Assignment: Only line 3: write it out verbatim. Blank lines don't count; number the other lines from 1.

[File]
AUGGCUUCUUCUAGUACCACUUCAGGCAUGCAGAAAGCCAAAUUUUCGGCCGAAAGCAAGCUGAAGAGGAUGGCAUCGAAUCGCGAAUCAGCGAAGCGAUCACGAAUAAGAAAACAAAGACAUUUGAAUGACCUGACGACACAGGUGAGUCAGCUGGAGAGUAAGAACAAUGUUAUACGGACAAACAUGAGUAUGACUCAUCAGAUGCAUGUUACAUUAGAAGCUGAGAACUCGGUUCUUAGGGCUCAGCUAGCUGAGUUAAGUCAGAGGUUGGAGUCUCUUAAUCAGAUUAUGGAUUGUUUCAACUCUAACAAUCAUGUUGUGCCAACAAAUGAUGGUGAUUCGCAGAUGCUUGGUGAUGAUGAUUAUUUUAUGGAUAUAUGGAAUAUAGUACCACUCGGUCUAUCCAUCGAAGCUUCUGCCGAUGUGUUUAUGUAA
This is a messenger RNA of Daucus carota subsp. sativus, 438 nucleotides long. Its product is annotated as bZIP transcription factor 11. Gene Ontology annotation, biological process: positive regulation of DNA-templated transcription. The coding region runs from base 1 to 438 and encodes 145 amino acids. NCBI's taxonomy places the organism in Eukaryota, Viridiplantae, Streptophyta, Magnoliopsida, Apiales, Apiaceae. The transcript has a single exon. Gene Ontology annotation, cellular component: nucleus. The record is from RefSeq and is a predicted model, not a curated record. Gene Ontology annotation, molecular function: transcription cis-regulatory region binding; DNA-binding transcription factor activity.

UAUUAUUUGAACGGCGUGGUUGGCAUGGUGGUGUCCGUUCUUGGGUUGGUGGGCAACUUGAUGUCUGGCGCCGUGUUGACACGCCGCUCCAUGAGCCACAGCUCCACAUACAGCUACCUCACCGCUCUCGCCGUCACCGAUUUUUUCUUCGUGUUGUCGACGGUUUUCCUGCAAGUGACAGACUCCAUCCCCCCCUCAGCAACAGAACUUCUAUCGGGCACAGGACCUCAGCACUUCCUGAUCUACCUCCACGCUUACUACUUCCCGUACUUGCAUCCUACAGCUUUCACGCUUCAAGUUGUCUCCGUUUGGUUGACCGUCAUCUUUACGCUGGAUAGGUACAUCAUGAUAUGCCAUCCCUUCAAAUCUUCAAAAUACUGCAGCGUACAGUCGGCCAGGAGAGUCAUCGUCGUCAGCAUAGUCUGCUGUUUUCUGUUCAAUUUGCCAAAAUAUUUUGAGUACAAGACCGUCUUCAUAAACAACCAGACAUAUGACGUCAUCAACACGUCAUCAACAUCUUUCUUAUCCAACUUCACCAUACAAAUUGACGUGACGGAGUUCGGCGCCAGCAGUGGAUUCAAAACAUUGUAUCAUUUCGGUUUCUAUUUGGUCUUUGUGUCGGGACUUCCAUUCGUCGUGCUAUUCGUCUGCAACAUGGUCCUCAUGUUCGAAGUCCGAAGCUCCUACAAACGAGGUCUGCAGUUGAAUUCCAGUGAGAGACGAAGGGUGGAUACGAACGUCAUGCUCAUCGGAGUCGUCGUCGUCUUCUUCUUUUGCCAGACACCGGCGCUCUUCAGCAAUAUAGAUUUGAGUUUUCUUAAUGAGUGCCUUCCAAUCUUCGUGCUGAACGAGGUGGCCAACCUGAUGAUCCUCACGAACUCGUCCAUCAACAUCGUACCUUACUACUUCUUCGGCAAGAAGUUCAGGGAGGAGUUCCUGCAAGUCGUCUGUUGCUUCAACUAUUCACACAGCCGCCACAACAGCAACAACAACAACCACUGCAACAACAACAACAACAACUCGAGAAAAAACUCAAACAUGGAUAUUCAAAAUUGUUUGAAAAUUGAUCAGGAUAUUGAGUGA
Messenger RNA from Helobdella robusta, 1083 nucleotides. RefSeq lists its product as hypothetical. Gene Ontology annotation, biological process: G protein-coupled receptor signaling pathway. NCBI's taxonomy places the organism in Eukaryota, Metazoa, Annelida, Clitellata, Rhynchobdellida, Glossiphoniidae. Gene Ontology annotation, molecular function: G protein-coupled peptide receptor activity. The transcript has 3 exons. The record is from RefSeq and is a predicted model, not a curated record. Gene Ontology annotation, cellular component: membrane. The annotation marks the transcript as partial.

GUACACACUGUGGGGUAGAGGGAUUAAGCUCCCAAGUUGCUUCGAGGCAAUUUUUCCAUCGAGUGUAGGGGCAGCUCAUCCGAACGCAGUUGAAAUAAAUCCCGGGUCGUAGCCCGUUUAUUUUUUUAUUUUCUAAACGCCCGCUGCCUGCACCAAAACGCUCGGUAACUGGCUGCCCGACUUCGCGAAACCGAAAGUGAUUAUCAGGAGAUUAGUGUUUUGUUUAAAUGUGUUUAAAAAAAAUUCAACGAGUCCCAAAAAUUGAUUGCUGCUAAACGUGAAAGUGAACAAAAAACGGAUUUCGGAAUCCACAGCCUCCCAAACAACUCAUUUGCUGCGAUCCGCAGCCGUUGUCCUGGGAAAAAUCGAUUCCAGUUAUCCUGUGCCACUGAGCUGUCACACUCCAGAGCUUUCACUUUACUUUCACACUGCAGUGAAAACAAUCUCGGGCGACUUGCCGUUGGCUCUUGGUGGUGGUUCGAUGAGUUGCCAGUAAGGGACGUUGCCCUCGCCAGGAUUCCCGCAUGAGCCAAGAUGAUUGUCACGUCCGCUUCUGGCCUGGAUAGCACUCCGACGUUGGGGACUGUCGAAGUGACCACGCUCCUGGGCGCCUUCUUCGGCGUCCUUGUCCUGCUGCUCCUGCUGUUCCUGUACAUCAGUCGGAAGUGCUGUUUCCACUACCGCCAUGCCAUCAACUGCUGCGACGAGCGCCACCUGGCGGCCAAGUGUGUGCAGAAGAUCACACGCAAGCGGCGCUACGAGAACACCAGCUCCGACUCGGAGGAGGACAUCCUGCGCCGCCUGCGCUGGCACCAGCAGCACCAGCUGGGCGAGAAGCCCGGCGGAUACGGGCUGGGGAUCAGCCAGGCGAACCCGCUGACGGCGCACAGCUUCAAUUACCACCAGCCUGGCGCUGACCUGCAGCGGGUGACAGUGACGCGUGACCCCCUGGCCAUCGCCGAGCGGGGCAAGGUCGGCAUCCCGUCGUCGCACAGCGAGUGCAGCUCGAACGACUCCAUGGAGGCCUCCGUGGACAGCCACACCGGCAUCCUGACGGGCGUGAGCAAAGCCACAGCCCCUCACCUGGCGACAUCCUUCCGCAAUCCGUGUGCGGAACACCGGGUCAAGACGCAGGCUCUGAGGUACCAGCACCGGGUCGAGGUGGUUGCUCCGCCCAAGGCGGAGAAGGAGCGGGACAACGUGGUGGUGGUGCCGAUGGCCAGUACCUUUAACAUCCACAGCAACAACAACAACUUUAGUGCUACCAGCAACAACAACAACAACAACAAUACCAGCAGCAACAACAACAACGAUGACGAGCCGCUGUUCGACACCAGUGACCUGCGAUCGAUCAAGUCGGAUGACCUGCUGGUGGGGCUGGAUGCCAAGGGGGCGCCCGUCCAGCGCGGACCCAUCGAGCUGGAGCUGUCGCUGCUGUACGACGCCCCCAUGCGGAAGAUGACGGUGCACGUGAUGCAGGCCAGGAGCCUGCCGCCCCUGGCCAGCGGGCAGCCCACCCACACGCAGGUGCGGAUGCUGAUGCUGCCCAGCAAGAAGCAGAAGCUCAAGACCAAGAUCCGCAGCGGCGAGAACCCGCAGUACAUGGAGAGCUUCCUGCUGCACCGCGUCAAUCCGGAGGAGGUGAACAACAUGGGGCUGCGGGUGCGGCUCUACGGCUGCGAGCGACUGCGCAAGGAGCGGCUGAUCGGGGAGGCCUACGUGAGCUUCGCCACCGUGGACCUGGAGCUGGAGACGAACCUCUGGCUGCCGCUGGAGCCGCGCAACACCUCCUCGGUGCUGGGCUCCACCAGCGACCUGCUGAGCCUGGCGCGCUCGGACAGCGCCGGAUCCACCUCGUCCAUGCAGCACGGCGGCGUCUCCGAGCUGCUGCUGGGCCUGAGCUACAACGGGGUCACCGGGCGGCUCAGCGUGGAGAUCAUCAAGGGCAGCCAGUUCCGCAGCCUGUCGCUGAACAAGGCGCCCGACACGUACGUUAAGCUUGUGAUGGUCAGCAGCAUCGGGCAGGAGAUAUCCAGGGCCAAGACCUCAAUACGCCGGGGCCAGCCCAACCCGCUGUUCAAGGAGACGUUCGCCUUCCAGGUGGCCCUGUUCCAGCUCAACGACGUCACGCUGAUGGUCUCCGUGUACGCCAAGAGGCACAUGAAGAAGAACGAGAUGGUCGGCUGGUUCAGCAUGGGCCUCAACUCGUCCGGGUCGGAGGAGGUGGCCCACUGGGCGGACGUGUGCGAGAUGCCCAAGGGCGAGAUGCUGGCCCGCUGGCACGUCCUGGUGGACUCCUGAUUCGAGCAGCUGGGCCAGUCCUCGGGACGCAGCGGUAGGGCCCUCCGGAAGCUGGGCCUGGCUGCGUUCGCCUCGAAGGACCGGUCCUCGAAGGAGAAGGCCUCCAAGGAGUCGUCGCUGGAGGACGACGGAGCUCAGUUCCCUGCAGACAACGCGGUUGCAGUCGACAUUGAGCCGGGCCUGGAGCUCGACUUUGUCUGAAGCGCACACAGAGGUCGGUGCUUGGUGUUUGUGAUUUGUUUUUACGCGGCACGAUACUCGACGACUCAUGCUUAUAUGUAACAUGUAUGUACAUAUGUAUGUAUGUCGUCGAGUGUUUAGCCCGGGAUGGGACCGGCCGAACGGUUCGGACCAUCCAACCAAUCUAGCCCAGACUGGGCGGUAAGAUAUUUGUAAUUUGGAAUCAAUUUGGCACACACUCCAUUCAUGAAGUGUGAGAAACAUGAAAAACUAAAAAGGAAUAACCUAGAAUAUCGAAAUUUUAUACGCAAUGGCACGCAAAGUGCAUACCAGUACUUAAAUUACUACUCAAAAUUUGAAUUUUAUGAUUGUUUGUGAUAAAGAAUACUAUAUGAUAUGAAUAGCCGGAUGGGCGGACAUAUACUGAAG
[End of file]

UAUUAUUUGAACGGCGUGGUUGGCAUGGUGGUGUCCGUUCUUGGGUUGGUGGGCAACUUGAUGUCUGGCGCCGUGUUGACACGCCGCUCCAUGAGCCACAGCUCCACAUACAGCUACCUCACCGCUCUCGCCGUCACCGAUUUUUUCUUCGUGUUGUCGACGGUUUUCCUGCAAGUGACAGACUCCAUCCCCCCCUCAGCAACAGAACUUCUAUCGGGCACAGGACCUCAGCACUUCCUGAUCUACCUCCACGCUUACUACUUCCCGUACUUGCAUCCUACAGCUUUCACGCUUCAAGUUGUCUCCGUUUGGUUGACCGUCAUCUUUACGCUGGAUAGGUACAUCAUGAUAUGCCAUCCCUUCAAAUCUUCAAAAUACUGCAGCGUACAGUCGGCCAGGAGAGUCAUCGUCGUCAGCAUAGUCUGCUGUUUUCUGUUCAAUUUGCCAAAAUAUUUUGAGUACAAGACCGUCUUCAUAAACAACCAGACAUAUGACGUCAUCAACACGUCAUCAACAUCUUUCUUAUCCAACUUCACCAUACAAAUUGACGUGACGGAGUUCGGCGCCAGCAGUGGAUUCAAAACAUUGUAUCAUUUCGGUUUCUAUUUGGUCUUUGUGUCGGGACUUCCAUUCGUCGUGCUAUUCGUCUGCAACAUGGUCCUCAUGUUCGAAGUCCGAAGCUCCUACAAACGAGGUCUGCAGUUGAAUUCCAGUGAGAGACGAAGGGUGGAUACGAACGUCAUGCUCAUCGGAGUCGUCGUCGUCUUCUUCUUUUGCCAGACACCGGCGCUCUUCAGCAAUAUAGAUUUGAGUUUUCUUAAUGAGUGCCUUCCAAUCUUCGUGCUGAACGAGGUGGCCAACCUGAUGAUCCUCACGAACUCGUCCAUCAACAUCGUACCUUACUACUUCUUCGGCAAGAAGUUCAGGGAGGAGUUCCUGCAAGUCGUCUGUUGCUUCAACUAUUCACACAGCCGCCACAACAGCAACAACAACAACCACUGCAACAACAACAACAACAACUCGAGAAAAAACUCAAACAUGGAUAUUCAAAAUUGUUUGAAAAUUGAUCAGGAUAUUGAGUGA